modhukori sounded as though she were in the same boat with Mary Grace:
I love it that these letters though specifically about fairy tales, apply to all genres of stories. As an Indian, it would be so great to tell stories from the Ramayana or Mahabharata or even even a lot of tales from the Jataka tales and the Panchatantra…. but so much of that which one cannot accept… so i dont tell them. Not the best solution, but that’s the one i have adopted.
Sheila Arnold cast a sideways glance out the front door of the Fairy Tale Lobby to where the picketers, seeing they weren’t getting a rise out of anybody, had finally wandered off.
Well, I have definitely had that experience, she said. I read a version of “The Wolf and the Kid” and the “kid” (goat) had a saucy attitude at the end, where he said basically that he could wander off anytime he wanted to because he was smarter than the wolf. Not really the message I want. …I usually have to just sit on those stories until I understand why that bothers me, or I find a way to tell the story with a change, or make peace with the dilemma. Oftentimes people listening to the story find their way through the dilemma quicker than I, the Storyteller. That usually means I’ve made the story (in my mind) more complex than needed.
Nick Smith cited Puss in Boots and other morally ambiguous stories:
…Trickster tales aren’t about right and wrong, they’re about being more clever than the world around you. Take a close look at the two “morals” at the end of Perrault’s version. They’re both emphasizing style over substance as the path to a good life.
I’ve never been personally fond of Puss in Boots, not because of the odd morality, but because the boy is such a nothing character. In some ways it would have been a better story if the CAT had ended up owning the castle and marrying the princess.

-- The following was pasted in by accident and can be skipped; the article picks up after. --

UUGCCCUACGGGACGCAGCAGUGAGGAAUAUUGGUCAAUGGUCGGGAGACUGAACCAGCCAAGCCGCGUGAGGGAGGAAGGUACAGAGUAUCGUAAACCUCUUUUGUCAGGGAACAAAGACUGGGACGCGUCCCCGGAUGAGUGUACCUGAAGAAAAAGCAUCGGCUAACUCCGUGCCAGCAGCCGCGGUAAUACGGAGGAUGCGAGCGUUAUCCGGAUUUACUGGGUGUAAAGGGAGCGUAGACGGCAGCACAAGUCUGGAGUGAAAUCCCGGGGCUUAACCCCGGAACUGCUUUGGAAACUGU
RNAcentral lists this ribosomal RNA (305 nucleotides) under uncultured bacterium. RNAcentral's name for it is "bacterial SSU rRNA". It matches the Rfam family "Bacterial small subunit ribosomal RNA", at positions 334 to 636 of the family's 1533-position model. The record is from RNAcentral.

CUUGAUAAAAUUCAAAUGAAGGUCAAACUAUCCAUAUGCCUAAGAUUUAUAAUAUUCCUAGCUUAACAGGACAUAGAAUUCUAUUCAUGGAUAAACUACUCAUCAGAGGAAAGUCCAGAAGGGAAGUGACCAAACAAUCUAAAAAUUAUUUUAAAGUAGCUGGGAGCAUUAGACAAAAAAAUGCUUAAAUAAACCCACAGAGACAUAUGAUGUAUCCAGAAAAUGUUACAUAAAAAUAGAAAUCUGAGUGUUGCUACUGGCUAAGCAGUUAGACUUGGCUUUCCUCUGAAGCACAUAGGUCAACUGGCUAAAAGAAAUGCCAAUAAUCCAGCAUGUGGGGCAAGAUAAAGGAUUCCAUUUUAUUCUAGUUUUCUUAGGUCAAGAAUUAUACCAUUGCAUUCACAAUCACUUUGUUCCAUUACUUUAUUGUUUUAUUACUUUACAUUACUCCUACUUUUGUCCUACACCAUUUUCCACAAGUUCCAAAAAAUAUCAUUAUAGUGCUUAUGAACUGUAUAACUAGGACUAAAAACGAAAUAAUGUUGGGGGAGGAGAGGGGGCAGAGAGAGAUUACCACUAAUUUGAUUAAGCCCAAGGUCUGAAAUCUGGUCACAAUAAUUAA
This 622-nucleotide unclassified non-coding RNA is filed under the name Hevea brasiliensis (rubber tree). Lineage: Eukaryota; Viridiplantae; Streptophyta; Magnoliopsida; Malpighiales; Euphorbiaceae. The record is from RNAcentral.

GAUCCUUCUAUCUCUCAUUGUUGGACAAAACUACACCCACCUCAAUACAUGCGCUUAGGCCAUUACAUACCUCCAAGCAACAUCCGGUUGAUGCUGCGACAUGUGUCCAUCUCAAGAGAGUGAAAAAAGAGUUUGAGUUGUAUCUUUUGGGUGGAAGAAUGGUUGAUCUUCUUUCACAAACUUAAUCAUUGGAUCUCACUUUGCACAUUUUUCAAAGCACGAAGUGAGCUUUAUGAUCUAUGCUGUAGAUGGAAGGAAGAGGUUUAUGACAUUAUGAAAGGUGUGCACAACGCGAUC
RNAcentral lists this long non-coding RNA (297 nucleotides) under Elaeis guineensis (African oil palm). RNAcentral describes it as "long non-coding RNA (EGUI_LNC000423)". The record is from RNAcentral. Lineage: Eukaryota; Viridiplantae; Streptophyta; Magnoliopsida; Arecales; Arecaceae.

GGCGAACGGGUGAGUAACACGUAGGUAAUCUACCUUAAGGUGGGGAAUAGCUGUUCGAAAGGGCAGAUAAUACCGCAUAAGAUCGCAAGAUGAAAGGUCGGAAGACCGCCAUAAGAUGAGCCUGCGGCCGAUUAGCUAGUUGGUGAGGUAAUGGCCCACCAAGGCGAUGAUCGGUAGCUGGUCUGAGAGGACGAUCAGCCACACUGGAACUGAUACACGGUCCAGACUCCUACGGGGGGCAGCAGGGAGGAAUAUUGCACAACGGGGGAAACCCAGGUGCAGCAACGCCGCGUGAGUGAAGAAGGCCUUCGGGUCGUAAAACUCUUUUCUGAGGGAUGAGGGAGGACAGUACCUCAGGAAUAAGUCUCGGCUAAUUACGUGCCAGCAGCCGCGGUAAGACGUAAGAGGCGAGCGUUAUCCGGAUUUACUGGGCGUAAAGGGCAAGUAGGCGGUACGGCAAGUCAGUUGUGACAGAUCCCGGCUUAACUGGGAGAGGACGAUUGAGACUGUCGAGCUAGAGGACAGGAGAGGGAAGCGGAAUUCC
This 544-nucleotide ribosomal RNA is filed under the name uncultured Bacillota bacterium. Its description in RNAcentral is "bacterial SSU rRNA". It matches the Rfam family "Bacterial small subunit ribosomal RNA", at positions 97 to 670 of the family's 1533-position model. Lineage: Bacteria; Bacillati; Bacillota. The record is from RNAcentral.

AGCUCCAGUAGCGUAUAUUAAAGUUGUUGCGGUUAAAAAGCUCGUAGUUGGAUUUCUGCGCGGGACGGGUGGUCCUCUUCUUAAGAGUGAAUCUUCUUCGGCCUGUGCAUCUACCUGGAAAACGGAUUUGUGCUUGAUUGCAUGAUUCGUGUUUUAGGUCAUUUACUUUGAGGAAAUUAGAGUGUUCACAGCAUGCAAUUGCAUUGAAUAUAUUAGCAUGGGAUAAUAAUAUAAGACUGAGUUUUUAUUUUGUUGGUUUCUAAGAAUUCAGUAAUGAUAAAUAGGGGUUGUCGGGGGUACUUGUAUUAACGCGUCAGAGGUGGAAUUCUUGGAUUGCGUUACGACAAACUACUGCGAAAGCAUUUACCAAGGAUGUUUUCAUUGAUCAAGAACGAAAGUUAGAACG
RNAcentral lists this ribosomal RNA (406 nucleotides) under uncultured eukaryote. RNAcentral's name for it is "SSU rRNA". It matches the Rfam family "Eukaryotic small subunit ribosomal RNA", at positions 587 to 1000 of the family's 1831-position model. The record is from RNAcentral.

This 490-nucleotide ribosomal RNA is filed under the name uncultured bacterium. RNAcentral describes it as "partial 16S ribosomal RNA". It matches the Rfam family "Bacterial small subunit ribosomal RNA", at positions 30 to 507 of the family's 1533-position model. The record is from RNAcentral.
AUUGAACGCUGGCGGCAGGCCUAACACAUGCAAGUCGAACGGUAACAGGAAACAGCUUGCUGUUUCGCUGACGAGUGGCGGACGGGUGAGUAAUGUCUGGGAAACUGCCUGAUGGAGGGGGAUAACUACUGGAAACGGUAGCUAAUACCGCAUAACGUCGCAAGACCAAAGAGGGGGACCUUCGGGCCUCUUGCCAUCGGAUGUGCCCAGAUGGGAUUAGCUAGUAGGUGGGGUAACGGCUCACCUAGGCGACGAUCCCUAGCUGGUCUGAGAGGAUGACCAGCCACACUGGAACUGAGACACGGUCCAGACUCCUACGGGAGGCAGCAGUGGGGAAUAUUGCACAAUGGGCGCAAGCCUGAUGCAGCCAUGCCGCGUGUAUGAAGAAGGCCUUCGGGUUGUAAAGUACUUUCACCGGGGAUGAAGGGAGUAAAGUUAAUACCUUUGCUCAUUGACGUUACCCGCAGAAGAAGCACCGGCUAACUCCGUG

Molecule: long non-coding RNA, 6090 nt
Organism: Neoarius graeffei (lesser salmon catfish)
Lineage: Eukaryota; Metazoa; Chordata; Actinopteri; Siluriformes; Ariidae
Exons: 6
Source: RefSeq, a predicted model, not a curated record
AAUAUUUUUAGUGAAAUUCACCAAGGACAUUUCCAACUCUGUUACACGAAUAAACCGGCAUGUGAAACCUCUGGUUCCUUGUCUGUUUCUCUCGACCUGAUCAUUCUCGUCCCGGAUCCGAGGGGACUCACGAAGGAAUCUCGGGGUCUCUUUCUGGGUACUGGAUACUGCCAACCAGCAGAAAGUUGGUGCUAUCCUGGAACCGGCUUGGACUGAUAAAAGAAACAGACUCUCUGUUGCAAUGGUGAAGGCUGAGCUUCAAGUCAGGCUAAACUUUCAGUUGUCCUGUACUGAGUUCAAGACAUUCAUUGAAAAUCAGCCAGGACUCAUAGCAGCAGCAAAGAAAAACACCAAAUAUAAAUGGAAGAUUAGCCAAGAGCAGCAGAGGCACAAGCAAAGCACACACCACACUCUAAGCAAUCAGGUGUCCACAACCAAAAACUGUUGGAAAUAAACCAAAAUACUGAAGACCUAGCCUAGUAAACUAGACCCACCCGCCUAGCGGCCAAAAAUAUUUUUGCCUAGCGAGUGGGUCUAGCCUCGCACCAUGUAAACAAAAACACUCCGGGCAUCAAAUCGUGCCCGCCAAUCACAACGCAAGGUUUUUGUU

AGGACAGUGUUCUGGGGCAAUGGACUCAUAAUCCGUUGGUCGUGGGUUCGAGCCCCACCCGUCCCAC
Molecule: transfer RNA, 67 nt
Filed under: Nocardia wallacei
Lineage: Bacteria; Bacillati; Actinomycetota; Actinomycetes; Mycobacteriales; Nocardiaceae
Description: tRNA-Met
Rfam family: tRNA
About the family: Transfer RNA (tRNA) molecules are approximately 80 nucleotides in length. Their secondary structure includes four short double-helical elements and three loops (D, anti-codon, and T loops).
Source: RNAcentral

Goodnaturedly, Tarkabarka defended the story and offered a less “morally ambiguous” variant:
The only person Puss really causes harm to is the giant/wizard in the end. I don’t see telling people to lie for the boy as very serious, in folktale terms anyway. Sure, Puss lies about who the Marquis is, then again, a king willing to give away his daughter solely for wealth kind of deserves it too. This might just be my inner trickster talking, but I don’t see a serious problem with Puss. If you are worried about his behavior though, you can always give a try at the Pentamerone version (titled Pippo). For one, Puss is a lady in that one, and two, she has a falling out with the boy in the end and walks away.
Right then the chimney rattled and rumbled. In a cloud of ash, with a hearty laugh, Santa Claus committed probably more than one misdemeanor. He was welcomed with a cheer and a nice cup of Darjeeling.
Recommended reading for more thoughts about the past two months’ FTL discussions. If the Simpletons were deep thinkers, they might express themselves as cogently as Charles Kiernan does. http://chaztales.wordpress.com
Illustration: Andersen, Hans Christian. Hans Andersen’s Fairy Stories. Anne Anderson, illustrator. London: Collins, 1924 (Thank you, Surlalune!)